Many football fans have loosely followed the exploits of the England women’s teams over the last few years as increased media coverage has matched their relative success on the international stage. So we knew names like Lucy Bronze and Millie Bright before the Euros started in July, but the amazing achievements in reaching the final and winning the tournament have made the likes of Rachel Daly, Leah Williamson, Beth Mead and Alessia Russo household names and instantly recognisable.

This tournament has provided a window into why we retain an innocent love of football, almost like we’ve only just discovered the game; this was football before money, tribalism and the threat of relegation sucked any pleasure from it. In that sense, the Lionesses’ victory was the perfect accompaniment to a new era at Leeds United, it helped wipe the slate clean and afterwards, today’s Leeds United were able to put on a sparkling attacking performance which had the crowd up and down out of their seats in excitement and appreciation, rather than slumped in them comatose because they knew what was coming.

A hat-trick for Rodrigo, two goals for Patrick Bamford and a late header from Robin Koch wrapped up a 6-2 victory. Okay, the two breakaway goals conceded within two minutes were a cause for concern and stopped us from positively drooling on the way home – and reigning in expectations at this stage is probably no bad thing - but three assists from Brenden Aaronson and the control and composure of Tyler Adams and Marc Roca in midfield were enough to help draw a line under the past and bring smiles and laughter back to faces. And just like with the adventures of Sarina Wiegman’s team, now we will have new heroes to emerge as household names and become instantly recognisable, at least in the homes of Leeds fans.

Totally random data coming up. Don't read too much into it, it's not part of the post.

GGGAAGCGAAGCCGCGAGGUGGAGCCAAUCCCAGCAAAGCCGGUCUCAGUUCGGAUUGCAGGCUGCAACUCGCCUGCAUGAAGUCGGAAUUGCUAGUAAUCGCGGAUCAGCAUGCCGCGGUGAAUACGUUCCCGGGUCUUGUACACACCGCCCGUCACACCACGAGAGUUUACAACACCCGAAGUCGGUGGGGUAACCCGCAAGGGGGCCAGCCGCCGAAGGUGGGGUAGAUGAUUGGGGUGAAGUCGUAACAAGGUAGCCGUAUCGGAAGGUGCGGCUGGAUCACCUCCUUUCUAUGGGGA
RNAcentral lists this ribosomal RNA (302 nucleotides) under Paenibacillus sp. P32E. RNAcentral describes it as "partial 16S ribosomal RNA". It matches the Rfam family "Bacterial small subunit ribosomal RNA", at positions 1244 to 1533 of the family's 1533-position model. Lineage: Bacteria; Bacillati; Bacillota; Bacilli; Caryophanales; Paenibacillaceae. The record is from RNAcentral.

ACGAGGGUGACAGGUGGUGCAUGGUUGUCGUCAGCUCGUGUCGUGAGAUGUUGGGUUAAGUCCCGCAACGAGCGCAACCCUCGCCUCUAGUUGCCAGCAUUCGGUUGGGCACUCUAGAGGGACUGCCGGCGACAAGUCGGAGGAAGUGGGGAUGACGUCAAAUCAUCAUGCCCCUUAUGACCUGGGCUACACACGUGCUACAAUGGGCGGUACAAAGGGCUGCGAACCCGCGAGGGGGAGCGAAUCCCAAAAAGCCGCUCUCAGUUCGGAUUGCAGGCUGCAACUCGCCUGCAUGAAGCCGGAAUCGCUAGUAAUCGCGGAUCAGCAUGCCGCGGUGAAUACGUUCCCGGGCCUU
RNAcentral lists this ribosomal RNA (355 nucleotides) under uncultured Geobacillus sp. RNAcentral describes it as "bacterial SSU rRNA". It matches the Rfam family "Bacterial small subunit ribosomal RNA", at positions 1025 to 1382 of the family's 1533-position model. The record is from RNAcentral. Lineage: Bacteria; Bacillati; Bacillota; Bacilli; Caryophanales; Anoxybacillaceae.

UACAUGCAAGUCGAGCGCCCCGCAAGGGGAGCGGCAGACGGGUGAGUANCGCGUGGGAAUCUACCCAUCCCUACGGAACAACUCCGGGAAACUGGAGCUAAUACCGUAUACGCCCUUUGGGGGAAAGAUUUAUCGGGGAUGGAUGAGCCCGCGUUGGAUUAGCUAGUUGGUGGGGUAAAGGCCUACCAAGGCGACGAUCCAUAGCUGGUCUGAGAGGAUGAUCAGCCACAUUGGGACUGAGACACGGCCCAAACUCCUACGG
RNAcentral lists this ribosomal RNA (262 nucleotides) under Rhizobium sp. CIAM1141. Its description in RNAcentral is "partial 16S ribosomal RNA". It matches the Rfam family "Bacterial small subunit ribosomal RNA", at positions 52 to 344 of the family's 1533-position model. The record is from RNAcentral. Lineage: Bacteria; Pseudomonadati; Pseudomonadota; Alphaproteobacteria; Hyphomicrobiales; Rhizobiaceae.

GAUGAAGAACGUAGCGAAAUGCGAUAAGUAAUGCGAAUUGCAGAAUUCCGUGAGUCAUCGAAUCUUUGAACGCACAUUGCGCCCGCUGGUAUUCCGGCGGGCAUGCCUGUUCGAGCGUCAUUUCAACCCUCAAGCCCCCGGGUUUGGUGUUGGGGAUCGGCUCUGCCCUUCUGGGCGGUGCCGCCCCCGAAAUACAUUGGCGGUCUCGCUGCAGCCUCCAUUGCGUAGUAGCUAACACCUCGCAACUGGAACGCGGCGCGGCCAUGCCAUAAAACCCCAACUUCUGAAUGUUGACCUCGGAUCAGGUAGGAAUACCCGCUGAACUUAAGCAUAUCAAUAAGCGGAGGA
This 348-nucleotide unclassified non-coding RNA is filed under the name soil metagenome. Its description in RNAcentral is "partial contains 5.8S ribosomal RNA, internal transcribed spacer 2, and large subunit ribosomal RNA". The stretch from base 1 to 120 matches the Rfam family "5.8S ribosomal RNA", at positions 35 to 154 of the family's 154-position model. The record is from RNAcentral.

While Cagliari were not exactly stellar opposition as the last pre-season fixture before the real action kicks-off against Wolves on Saturday, Leeds have encountered some tough Premier League opponents in recent weeks and perhaps lining-up against the Italians was a shrewd move because we were at least able to practice, more or less on our own terms, what our shape and movement ‘should’ be like. We knew we wouldn’t be forced out of shape and could at least attack and control the game as we would in an idealistic situation, in a real match scenario but as the ideal training exercise. It was hard to do that in Australia, on rutted Aussie Rules pitches where none of the games flowed, and on the lush Elland Road turf we got a much better idea how Jesse Marsch wants his team to play.

It augured well for the new season and we approach the acid test of Wolves at home with optimism and energy. We arrived with questions and we went home with answers. There’s plenty more to sort out in terms of squad depth and how all the new signings are going to adapt, but fundamentally there was entertainment, stimulation and enthusiasm at Elland Road last weekend, and that will still be there when we filter back in on Saturday.

We won’t be able to rely on the Lionesses to boost the energy levels against Wolves, but time and time again the Elland Road crowd has proved it doesn’t need a helping hand when it really matters. If the outlook at Leeds United has changed for the better over the summer, then some things haven’t changed, and never will. Elland Road awaits, and will definitely play its part; it just wants to release the right kind of energy, and it just wants to be a happy place again.